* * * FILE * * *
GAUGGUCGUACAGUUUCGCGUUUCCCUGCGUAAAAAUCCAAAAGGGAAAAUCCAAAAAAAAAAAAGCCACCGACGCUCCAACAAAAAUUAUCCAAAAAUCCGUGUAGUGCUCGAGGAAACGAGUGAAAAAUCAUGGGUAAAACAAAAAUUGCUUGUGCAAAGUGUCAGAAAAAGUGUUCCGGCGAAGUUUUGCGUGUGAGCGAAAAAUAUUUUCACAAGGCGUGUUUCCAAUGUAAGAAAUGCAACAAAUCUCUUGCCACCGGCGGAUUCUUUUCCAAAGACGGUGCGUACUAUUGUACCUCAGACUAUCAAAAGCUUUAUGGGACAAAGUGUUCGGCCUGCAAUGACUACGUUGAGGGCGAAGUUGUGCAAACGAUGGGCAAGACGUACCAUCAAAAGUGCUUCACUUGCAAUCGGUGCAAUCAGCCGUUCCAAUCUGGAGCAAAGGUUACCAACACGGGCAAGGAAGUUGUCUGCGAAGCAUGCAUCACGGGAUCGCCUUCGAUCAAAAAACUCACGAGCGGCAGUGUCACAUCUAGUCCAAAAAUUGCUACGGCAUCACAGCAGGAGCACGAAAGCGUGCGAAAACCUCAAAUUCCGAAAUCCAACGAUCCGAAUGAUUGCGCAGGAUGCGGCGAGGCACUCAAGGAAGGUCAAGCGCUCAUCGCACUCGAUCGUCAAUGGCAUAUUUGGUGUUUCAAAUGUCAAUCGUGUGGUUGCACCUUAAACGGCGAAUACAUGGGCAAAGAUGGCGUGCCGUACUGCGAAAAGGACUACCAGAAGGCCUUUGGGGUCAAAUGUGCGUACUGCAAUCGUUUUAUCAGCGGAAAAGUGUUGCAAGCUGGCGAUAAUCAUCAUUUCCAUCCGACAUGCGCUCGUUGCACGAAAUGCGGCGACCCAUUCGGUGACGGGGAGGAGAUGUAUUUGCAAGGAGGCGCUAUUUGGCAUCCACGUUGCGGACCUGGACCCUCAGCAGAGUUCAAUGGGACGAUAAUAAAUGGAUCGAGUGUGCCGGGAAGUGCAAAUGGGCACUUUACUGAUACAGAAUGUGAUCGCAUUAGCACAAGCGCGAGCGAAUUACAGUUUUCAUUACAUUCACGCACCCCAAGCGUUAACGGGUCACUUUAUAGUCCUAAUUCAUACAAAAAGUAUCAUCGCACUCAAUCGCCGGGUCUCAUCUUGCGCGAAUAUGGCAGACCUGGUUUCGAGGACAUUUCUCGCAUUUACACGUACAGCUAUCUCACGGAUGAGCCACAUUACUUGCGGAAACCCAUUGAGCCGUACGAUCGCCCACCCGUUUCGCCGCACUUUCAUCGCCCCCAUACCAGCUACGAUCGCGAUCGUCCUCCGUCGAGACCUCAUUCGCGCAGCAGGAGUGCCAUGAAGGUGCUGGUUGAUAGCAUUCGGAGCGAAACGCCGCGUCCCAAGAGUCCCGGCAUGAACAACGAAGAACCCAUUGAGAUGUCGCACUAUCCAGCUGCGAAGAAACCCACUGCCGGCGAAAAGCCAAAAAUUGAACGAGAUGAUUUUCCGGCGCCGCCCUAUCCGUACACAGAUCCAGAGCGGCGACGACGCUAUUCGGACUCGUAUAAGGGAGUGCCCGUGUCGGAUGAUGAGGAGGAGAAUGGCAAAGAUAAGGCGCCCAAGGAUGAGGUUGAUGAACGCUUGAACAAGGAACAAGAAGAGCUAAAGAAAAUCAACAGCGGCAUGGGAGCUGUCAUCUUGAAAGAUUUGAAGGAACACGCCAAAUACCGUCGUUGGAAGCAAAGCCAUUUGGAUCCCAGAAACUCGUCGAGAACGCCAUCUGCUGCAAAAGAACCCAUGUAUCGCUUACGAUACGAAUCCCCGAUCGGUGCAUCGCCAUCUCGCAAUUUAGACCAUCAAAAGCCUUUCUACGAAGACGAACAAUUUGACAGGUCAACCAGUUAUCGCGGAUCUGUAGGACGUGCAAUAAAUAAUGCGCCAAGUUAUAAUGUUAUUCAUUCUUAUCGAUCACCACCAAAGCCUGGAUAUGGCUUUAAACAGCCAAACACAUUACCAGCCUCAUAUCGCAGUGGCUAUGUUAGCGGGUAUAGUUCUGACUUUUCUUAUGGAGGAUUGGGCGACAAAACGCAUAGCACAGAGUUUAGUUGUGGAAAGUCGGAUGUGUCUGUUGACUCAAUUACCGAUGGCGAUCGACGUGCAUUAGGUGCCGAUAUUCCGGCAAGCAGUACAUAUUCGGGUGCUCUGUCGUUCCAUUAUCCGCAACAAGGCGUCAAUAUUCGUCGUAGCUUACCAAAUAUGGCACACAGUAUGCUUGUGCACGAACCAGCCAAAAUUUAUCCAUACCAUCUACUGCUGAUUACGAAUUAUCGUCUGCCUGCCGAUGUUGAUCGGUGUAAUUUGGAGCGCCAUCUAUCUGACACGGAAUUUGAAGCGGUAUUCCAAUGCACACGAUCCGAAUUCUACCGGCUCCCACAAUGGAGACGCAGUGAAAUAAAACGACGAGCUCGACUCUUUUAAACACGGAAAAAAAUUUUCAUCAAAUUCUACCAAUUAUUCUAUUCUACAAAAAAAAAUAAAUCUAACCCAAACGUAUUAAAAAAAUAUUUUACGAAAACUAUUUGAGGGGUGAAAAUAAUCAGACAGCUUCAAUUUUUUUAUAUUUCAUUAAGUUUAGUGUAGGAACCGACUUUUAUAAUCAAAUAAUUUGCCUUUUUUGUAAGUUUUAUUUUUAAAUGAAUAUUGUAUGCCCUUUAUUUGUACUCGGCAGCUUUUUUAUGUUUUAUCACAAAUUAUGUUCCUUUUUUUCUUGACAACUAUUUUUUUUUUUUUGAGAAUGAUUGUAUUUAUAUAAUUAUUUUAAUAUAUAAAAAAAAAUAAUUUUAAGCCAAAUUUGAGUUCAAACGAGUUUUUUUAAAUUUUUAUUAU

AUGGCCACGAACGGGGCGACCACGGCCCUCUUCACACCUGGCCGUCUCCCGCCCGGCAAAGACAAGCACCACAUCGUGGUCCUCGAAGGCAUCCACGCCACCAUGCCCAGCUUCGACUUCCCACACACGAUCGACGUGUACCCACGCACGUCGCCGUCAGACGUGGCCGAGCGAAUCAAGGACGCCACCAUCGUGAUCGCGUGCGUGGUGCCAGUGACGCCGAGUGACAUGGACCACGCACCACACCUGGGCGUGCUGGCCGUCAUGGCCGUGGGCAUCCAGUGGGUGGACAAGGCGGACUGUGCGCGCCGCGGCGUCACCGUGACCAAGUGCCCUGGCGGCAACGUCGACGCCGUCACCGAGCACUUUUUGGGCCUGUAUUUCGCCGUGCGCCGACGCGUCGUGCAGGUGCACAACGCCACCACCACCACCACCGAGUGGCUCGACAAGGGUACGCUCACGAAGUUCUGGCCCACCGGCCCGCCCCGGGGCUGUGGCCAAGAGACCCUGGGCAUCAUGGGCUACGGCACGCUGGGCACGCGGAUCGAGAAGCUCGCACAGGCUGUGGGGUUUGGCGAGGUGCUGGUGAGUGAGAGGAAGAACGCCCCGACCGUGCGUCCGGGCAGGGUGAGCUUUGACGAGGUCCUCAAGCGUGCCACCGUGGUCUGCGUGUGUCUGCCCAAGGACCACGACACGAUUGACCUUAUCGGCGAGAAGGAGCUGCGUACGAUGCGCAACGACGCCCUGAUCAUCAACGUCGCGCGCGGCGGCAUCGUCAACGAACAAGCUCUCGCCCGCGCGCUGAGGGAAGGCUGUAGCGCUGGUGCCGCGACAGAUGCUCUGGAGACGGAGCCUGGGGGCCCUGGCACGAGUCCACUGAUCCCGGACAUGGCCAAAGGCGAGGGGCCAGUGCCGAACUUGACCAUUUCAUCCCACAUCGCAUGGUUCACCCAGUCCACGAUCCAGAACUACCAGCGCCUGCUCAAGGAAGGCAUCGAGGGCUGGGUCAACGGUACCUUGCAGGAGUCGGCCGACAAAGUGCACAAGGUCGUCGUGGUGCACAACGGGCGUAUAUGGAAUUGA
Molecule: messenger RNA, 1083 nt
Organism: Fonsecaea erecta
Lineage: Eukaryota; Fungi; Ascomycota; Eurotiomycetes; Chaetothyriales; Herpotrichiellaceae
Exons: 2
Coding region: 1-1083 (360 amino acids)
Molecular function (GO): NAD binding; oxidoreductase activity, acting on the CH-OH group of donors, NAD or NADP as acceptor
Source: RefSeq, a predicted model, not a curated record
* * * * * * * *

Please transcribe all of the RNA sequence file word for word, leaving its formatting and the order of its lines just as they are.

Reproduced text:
GAUGGUCGUACAGUUUCGCGUUUCCCUGCGUAAAAAUCCAAAAGGGAAAAUCCAAAAAAAAAAAAGCCACCGACGCUCCAACAAAAAUUAUCCAAAAAUCCGUGUAGUGCUCGAGGAAACGAGUGAAAAAUCAUGGGUAAAACAAAAAUUGCUUGUGCAAAGUGUCAGAAAAAGUGUUCCGGCGAAGUUUUGCGUGUGAGCGAAAAAUAUUUUCACAAGGCGUGUUUCCAAUGUAAGAAAUGCAACAAAUCUCUUGCCACCGGCGGAUUCUUUUCCAAAGACGGUGCGUACUAUUGUACCUCAGACUAUCAAAAGCUUUAUGGGACAAAGUGUUCGGCCUGCAAUGACUACGUUGAGGGCGAAGUUGUGCAAACGAUGGGCAAGACGUACCAUCAAAAGUGCUUCACUUGCAAUCGGUGCAAUCAGCCGUUCCAAUCUGGAGCAAAGGUUACCAACACGGGCAAGGAAGUUGUCUGCGAAGCAUGCAUCACGGGAUCGCCUUCGAUCAAAAAACUCACGAGCGGCAGUGUCACAUCUAGUCCAAAAAUUGCUACGGCAUCACAGCAGGAGCACGAAAGCGUGCGAAAACCUCAAAUUCCGAAAUCCAACGAUCCGAAUGAUUGCGCAGGAUGCGGCGAGGCACUCAAGGAAGGUCAAGCGCUCAUCGCACUCGAUCGUCAAUGGCAUAUUUGGUGUUUCAAAUGUCAAUCGUGUGGUUGCACCUUAAACGGCGAAUACAUGGGCAAAGAUGGCGUGCCGUACUGCGAAAAGGACUACCAGAAGGCCUUUGGGGUCAAAUGUGCGUACUGCAAUCGUUUUAUCAGCGGAAAAGUGUUGCAAGCUGGCGAUAAUCAUCAUUUCCAUCCGACAUGCGCUCGUUGCACGAAAUGCGGCGACCCAUUCGGUGACGGGGAGGAGAUGUAUUUGCAAGGAGGCGCUAUUUGGCAUCCACGUUGCGGACCUGGACCCUCAGCAGAGUUCAAUGGGACGAUAAUAAAUGGAUCGAGUGUGCCGGGAAGUGCAAAUGGGCACUUUACUGAUACAGAAUGUGAUCGCAUUAGCACAAGCGCGAGCGAAUUACAGUUUUCAUUACAUUCACGCACCCCAAGCGUUAACGGGUCACUUUAUAGUCCUAAUUCAUACAAAAAGUAUCAUCGCACUCAAUCGCCGGGUCUCAUCUUGCGCGAAUAUGGCAGACCUGGUUUCGAGGACAUUUCUCGCAUUUACACGUACAGCUAUCUCACGGAUGAGCCACAUUACUUGCGGAAACCCAUUGAGCCGUACGAUCGCCCACCCGUUUCGCCGCACUUUCAUCGCCCCCAUACCAGCUACGAUCGCGAUCGUCCUCCGUCGAGACCUCAUUCGCGCAGCAGGAGUGCCAUGAAGGUGCUGGUUGAUAGCAUUCGGAGCGAAACGCCGCGUCCCAAGAGUCCCGGCAUGAACAACGAAGAACCCAUUGAGAUGUCGCACUAUCCAGCUGCGAAGAAACCCACUGCCGGCGAAAAGCCAAAAAUUGAACGAGAUGAUUUUCCGGCGCCGCCCUAUCCGUACACAGAUCCAGAGCGGCGACGACGCUAUUCGGACUCGUAUAAGGGAGUGCCCGUGUCGGAUGAUGAGGAGGAGAAUGGCAAAGAUAAGGCGCCCAAGGAUGAGGUUGAUGAACGCUUGAACAAGGAACAAGAAGAGCUAAAGAAAAUCAACAGCGGCAUGGGAGCUGUCAUCUUGAAAGAUUUGAAGGAACACGCCAAAUACCGUCGUUGGAAGCAAAGCCAUUUGGAUCCCAGAAACUCGUCGAGAACGCCAUCUGCUGCAAAAGAACCCAUGUAUCGCUUACGAUACGAAUCCCCGAUCGGUGCAUCGCCAUCUCGCAAUUUAGACCAUCAAAAGCCUUUCUACGAAGACGAACAAUUUGACAGGUCAACCAGUUAUCGCGGAUCUGUAGGACGUGCAAUAAAUAAUGCGCCAAGUUAUAAUGUUAUUCAUUCUUAUCGAUCACCACCAAAGCCUGGAUAUGGCUUUAAACAGCCAAACACAUUACCAGCCUCAUAUCGCAGUGGCUAUGUUAGCGGGUAUAGUUCUGACUUUUCUUAUGGAGGAUUGGGCGACAAAACGCAUAGCACAGAGUUUAGUUGUGGAAAGUCGGAUGUGUCUGUUGACUCAAUUACCGAUGGCGAUCGACGUGCAUUAGGUGCCGAUAUUCCGGCAAGCAGUACAUAUUCGGGUGCUCUGUCGUUCCAUUAUCCGCAACAAGGCGUCAAUAUUCGUCGUAGCUUACCAAAUAUGGCACACAGUAUGCUUGUGCACGAACCAGCCAAAAUUUAUCCAUACCAUCUACUGCUGAUUACGAAUUAUCGUCUGCCUGCCGAUGUUGAUCGGUGUAAUUUGGAGCGCCAUCUAUCUGACACGGAAUUUGAAGCGGUAUUCCAAUGCACACGAUCCGAAUUCUACCGGCUCCCACAAUGGAGACGCAGUGAAAUAAAACGACGAGCUCGACUCUUUUAAACACGGAAAAAAAUUUUCAUCAAAUUCUACCAAUUAUUCUAUUCUACAAAAAAAAAUAAAUCUAACCCAAACGUAUUAAAAAAAUAUUUUACGAAAACUAUUUGAGGGGUGAAAAUAAUCAGACAGCUUCAAUUUUUUUAUAUUUCAUUAAGUUUAGUGUAGGAACCGACUUUUAUAAUCAAAUAAUUUGCCUUUUUUGUAAGUUUUAUUUUUAAAUGAAUAUUGUAUGCCCUUUAUUUGUACUCGGCAGCUUUUUUAUGUUUUAUCACAAAUUAUGUUCCUUUUUUUCUUGACAACUAUUUUUUUUUUUUUGAGAAUGAUUGUAUUUAUAUAAUUAUUUUAAUAUAUAAAAAAAAAUAAUUUUAAGCCAAAUUUGAGUUCAAACGAGUUUUUUUAAAUUUUUAUUAU

AUGGCCACGAACGGGGCGACCACGGCCCUCUUCACACCUGGCCGUCUCCCGCCCGGCAAAGACAAGCACCACAUCGUGGUCCUCGAAGGCAUCCACGCCACCAUGCCCAGCUUCGACUUCCCACACACGAUCGACGUGUACCCACGCACGUCGCCGUCAGACGUGGCCGAGCGAAUCAAGGACGCCACCAUCGUGAUCGCGUGCGUGGUGCCAGUGACGCCGAGUGACAUGGACCACGCACCACACCUGGGCGUGCUGGCCGUCAUGGCCGUGGGCAUCCAGUGGGUGGACAAGGCGGACUGUGCGCGCCGCGGCGUCACCGUGACCAAGUGCCCUGGCGGCAACGUCGACGCCGUCACCGAGCACUUUUUGGGCCUGUAUUUCGCCGUGCGCCGACGCGUCGUGCAGGUGCACAACGCCACCACCACCACCACCGAGUGGCUCGACAAGGGUACGCUCACGAAGUUCUGGCCCACCGGCCCGCCCCGGGGCUGUGGCCAAGAGACCCUGGGCAUCAUGGGCUACGGCACGCUGGGCACGCGGAUCGAGAAGCUCGCACAGGCUGUGGGGUUUGGCGAGGUGCUGGUGAGUGAGAGGAAGAACGCCCCGACCGUGCGUCCGGGCAGGGUGAGCUUUGACGAGGUCCUCAAGCGUGCCACCGUGGUCUGCGUGUGUCUGCCCAAGGACCACGACACGAUUGACCUUAUCGGCGAGAAGGAGCUGCGUACGAUGCGCAACGACGCCCUGAUCAUCAACGUCGCGCGCGGCGGCAUCGUCAACGAACAAGCUCUCGCCCGCGCGCUGAGGGAAGGCUGUAGCGCUGGUGCCGCGACAGAUGCUCUGGAGACGGAGCCUGGGGGCCCUGGCACGAGUCCACUGAUCCCGGACAUGGCCAAAGGCGAGGGGCCAGUGCCGAACUUGACCAUUUCAUCCCACAUCGCAUGGUUCACCCAGUCCACGAUCCAGAACUACCAGCGCCUGCUCAAGGAAGGCAUCGAGGGCUGGGUCAACGGUACCUUGCAGGAGUCGGCCGACAAAGUGCACAAGGUCGUCGUGGUGCACAACGGGCGUAUAUGGAAUUGA
Molecule: messenger RNA, 1083 nt
Organism: Fonsecaea erecta
Lineage: Eukaryota; Fungi; Ascomycota; Eurotiomycetes; Chaetothyriales; Herpotrichiellaceae
Exons: 2
Coding region: 1-1083 (360 amino acids)
Molecular function (GO): NAD binding; oxidoreductase activity, acting on the CH-OH group of donors, NAD or NADP as acceptor
Source: RefSeq, a predicted model, not a curated record